Women tend to be more underconfident about their financial abilities, while men are more overconfident. I believe that some men secretly want to be taken care of by their women, if their partners are wealthier. But this is a far more taboo attitude to admit.
I talked to Ellen about her desire to have Mark take care of her, and helped her look at what it might be reasonable to want and expect, separating that from her fantasy of being first and foremost in the security pecking order. Then I encouraged Mark to talk frankly about how he saw his future financially as he moved from his current, semiretired status to full retirement in the next few years.
The final step of working through this issue with Mark and Ellen was to have them take some actions that allowed them to bridge the gap in their two views about the prenuptial agreement. As they continued practicing empathetic communication at home and with me, Mark came up with several ideas about how he could help Ellen feel more cared for: giving her money now to help her feel more supported financially and emotionally, making provisions in his will to take care of her in the event of his death, and so forth. All this seemed to reassure Ellen, quieting her fears that his desire for a prenuptial agreement suggested that he didn't trust or love her. She said that she could honor Mark's need to see his children well taken care of by agreeing to the provisions he wanted to make for their financial security prior to their marriage.
Ultimately, they agreed in their prenuptial contract that, whatever happened, a stated amount of money that Mark entered the marriage with would be reserved for his children. Ellen received written reassurance that he'd write a will saying that, in the event of his death, after this initial amount of money was distributed to his kids, his remaining assets would be divided in half, with one portion to go to Ellen and the remaining portion to be divided among his children.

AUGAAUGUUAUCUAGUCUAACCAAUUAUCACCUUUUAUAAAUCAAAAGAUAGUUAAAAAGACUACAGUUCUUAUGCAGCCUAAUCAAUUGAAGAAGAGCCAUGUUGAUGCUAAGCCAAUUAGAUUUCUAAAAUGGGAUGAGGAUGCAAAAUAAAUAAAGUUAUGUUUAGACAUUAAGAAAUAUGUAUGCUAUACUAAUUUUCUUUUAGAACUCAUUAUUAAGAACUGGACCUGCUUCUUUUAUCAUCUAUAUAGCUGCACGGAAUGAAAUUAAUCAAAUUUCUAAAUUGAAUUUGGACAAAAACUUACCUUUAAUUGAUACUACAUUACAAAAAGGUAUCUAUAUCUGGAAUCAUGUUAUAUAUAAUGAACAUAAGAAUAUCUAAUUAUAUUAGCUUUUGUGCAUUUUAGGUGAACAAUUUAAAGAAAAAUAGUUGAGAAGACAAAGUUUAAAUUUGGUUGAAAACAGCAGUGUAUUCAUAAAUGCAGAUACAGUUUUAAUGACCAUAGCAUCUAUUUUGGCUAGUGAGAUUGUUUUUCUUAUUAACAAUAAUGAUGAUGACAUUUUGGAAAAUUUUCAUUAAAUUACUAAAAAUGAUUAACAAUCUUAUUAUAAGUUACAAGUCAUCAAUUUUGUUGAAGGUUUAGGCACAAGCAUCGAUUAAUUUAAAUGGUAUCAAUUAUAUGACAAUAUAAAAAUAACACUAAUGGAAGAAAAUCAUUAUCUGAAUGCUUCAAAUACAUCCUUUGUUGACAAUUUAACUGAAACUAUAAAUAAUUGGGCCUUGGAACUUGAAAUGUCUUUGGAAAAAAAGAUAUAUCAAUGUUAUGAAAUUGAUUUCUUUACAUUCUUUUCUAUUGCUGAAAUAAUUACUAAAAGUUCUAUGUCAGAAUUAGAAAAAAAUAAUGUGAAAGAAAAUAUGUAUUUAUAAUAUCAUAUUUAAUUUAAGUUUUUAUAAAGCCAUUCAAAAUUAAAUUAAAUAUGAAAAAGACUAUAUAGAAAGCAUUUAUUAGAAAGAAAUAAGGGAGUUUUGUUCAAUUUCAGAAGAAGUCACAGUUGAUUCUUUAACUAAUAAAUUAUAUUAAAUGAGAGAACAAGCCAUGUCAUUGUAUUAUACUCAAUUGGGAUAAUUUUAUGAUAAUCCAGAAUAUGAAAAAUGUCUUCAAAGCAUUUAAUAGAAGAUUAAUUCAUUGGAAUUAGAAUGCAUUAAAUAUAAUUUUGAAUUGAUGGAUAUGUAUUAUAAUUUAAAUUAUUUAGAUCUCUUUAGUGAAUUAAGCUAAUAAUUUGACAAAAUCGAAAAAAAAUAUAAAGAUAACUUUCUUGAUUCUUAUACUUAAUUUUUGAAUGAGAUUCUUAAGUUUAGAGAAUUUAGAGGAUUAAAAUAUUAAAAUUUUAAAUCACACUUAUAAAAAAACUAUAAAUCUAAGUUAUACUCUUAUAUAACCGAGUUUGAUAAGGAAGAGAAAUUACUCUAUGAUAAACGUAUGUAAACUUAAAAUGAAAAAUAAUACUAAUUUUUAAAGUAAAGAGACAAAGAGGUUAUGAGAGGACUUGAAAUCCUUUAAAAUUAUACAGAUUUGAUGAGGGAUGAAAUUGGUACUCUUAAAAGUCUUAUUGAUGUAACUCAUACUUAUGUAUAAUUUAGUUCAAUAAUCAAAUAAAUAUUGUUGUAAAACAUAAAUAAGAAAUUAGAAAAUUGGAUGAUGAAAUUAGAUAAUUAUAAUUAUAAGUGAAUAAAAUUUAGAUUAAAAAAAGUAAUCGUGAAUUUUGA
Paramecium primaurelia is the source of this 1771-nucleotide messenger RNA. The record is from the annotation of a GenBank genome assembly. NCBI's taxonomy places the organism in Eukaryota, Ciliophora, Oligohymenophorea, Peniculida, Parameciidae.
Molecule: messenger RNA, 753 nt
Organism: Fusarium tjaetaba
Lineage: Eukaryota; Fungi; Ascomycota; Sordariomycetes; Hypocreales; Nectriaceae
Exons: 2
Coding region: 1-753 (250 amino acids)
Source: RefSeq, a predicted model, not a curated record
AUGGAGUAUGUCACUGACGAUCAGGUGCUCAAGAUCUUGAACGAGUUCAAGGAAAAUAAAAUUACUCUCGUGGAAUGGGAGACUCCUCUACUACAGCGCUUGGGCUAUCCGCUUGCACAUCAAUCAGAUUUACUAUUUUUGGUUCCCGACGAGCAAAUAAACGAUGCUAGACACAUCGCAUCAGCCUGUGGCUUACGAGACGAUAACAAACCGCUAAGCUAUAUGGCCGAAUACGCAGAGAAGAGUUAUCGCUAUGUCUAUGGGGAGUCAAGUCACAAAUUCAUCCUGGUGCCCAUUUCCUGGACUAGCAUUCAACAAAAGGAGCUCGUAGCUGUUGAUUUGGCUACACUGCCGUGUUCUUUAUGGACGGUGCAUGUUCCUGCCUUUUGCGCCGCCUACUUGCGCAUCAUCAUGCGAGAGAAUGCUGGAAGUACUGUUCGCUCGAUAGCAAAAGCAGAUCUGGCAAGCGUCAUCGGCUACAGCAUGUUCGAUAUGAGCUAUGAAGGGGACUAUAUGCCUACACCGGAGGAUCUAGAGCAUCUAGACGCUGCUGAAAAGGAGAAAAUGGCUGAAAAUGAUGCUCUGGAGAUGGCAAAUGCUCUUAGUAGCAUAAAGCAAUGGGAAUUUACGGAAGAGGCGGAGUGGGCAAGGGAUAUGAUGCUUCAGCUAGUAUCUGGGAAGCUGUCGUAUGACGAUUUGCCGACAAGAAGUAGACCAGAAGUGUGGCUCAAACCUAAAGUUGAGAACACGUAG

I've realized in the last few years of my couples coaching and therapy work that not all people marry all at once on their wedding day. Many folks (especially men, and particularly those who've been damaged by previous marriages) tend to marry (and trust) slowly over time. I'm confident that, if Mark and Ellen have remained together, they trust each other and their relationship more than they did when they were working out their prenuptial agreement. In money matters as in all issues, patience and compassion are the cornerstones of progress in marriages.
Olivia Mellan, M.S., is a psychotherapist and coach specializing in money psychology. She's the author of Money Shy to Money Sure; Overcoming Overspending; Money Harmony; and Advisor's Guide to Money Psychology. Her monthly column, "The Psychology of Advice," appears in Investment Advisor Magazine. Contact: email@example.com. Letters to the Editor about this department may be e-mailed to firstname.lastname@example.org.